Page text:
“Get into groups of three and state your name, major and something fun you did over break,” instructed my professor to the class of heavy-eyed students. After a collective groan, I rolled my eyes back to the front of my head and scooted my desk toward the man and woman to my right, both of whom looked as uninterested in the exercise as I did.
I opted to go last in hopes that one of my colleagues would go on about their summer abroad in France and time would run out before it was my turn. Instead, both of my classmates quickly stated their names, majors and variations of the answer “umm nothing, just pretty much hung out with friends.”
My master plan had failed, and it was my turn to speak, though I knew I could give an answer as vague and lackluster as theirs without feeling like I wasn’t contributing.
“My name is Mia, I’m a double major in English and gender studies, and over break I basically was either at work or at home potty training my 3-year-old.” Both of my colleagues’ eyes widened. Did they somehow mistake “potty training my 3-year-old” for “discovering all of the top-secret oil mining locations in the United States”?
“Here come the questions about my age,” I thought to myself. My no-makeup face made me look even younger than my tender age of 23 — an age that is still considerably young to be a parent.
“You don’t look like a mom,” my male colleague stated. I quickly made a mental note to take the “Proud Parent of a Pre-Schooler” bumper sticker off of my CRV and place it on my forehead instead.
He followed his first flippant remark with, “Where’s your kid?”
Before I got to sarcastically reply with, “Oh, he goes to the strip club while I’m in class,” the professor drew the class’s attention back to the front of the room with, “I hope you got to learn a little more about each other.”
I did not learn my colleague’s name or major, or what he did over break, but rather that my business being a student while being a mother would always be challenged.
From childhood, men and women are conditioned to accept the prevalent definition of male and female gender roles, with women being held solely responsible for child-rearing. This definition is so engraved into our minds that even on a campus as liberal as UC Berkeley, the idea of other arrangements outside of that are unfathomable — so much so that my colleague felt concerned enough to ask me about the location of my child. If I was in class, where could my son possibly be if not with his mother?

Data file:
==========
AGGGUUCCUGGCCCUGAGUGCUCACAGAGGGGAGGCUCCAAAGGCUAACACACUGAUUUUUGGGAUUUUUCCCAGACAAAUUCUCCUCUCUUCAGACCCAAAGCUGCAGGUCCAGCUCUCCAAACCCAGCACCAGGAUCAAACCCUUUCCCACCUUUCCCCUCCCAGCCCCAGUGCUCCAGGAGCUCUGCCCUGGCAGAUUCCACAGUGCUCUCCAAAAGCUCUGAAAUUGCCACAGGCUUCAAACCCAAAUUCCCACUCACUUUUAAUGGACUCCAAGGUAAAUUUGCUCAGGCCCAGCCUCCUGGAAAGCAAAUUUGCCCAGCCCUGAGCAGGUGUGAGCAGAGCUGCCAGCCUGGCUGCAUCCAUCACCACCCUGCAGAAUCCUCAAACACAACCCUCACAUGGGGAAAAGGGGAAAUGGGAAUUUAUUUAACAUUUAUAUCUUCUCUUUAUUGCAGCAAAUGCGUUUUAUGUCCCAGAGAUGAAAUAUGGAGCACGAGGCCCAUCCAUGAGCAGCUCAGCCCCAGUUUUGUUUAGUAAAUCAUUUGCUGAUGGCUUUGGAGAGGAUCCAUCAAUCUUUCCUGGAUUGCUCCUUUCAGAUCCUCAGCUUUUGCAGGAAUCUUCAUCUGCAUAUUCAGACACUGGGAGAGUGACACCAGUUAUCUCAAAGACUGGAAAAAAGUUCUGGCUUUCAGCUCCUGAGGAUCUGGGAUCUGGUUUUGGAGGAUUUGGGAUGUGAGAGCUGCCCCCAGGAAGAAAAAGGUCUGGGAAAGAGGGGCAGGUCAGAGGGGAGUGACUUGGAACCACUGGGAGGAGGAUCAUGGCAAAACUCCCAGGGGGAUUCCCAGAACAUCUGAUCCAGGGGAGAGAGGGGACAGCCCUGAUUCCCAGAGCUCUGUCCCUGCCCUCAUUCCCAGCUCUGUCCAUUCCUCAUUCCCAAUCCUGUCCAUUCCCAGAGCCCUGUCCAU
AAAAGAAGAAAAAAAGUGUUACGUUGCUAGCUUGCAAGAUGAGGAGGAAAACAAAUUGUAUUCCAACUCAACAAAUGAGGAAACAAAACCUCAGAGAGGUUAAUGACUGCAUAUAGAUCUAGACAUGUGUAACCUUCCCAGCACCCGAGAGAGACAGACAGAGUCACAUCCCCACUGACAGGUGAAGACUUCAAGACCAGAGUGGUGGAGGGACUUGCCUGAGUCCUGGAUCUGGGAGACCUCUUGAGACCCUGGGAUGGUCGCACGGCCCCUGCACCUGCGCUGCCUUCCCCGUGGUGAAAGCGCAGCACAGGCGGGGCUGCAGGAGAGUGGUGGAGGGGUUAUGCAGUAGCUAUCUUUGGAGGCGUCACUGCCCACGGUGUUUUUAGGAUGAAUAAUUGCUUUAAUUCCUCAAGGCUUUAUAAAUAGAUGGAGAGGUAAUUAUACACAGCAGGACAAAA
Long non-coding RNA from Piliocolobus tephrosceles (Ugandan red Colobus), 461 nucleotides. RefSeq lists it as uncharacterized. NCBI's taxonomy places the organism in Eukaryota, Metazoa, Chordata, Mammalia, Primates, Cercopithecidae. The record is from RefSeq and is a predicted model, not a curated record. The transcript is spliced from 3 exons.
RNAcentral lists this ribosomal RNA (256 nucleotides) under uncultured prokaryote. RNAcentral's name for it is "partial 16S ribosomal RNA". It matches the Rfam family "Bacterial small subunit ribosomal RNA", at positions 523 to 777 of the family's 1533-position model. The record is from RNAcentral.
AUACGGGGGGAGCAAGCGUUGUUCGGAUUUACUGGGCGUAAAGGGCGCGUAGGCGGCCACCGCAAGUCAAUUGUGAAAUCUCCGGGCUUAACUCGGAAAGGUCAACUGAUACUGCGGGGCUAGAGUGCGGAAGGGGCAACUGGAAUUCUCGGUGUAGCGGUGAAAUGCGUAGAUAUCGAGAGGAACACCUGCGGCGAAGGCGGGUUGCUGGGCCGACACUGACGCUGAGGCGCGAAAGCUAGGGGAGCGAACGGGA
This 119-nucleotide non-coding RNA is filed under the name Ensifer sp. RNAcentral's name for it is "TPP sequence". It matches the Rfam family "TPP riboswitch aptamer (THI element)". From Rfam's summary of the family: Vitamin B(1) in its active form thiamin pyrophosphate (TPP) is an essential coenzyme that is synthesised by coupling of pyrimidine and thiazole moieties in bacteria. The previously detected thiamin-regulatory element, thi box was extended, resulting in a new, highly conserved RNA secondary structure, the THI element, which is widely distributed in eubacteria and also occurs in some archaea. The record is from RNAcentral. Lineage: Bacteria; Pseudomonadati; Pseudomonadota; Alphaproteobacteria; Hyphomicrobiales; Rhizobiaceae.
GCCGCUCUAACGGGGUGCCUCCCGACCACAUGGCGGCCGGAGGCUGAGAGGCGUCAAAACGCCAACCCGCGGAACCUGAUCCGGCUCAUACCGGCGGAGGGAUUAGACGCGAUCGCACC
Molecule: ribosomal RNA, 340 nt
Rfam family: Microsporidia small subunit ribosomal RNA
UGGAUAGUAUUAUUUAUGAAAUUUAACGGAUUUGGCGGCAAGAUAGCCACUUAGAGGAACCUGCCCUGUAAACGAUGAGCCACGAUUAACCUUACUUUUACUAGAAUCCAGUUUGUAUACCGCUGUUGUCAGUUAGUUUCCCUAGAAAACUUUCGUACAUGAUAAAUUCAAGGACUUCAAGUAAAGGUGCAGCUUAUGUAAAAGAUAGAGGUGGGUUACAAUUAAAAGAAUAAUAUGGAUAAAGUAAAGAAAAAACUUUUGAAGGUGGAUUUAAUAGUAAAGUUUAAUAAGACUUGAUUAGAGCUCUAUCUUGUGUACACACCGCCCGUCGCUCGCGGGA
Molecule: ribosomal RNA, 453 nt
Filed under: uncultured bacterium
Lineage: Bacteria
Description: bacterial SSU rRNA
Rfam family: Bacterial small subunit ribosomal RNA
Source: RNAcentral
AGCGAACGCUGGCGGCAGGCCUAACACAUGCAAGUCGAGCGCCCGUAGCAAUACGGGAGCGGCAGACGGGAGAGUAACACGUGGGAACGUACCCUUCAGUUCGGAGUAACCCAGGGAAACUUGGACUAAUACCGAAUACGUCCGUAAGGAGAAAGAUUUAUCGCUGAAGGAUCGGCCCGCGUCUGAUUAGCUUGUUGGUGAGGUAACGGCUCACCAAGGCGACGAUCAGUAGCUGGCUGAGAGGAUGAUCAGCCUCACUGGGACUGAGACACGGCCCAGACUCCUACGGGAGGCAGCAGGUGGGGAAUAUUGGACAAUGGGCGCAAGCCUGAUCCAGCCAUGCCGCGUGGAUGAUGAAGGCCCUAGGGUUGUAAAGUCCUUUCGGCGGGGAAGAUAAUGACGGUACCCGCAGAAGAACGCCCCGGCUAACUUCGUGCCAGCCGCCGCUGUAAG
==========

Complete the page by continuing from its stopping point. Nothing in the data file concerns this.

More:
Hypothetically speaking, since my son was not with me, he could have been with his father, at day care or in the care of a sitter. Why didn’t these obvious arrangements dawn on my colleague before he asked me where my son was? Why had I been asked this question while my partner, who works full time, had never been questioned where our son was while he was at work?
In almost all societies, different cultural expectations have been woven around male and female differences. Where men are competitive, women should be cooperative. Where men are impatient, women must display an abundance of patience and understanding. When men go out to work and earn wages to support their family, women must stay back at home to take care of the children and household affairs.
According to a 2016 report by State of the World’s Fathers, however, men and women are as “genetically hardwired” as each other to fulfill child-rearing roles. Women being the sole caretakers of their children is not something they are scientifically programmed to do, but rather a stereotype that has been instilled in society by schools, advertising and at home. Because of this, women continue to bear the scrutiny of bystanders when their choices as mothers diverge even slightly from the “June Cleaver” typecast.
Personally, there are days when I would love to stay home with my son and not miss a moment of his growing up. But realistically speaking, his father and I both need to work. I also want to pursue my education so that my son can see the value of a college degree and his mother’s resilience in pursuing it. I want to do so, however, without the underhanded remarks about my choices as a mother.
We need to stop making women feel like they are choosing between their children and their careers or education. There are women who cannot wait to get off of maternity leave, and there are mothers that never want it to end. There are women who feel the most empowered when at home with their kids, and there are women that feel the strongest when they are at work or school. We are all simply doing the best we can.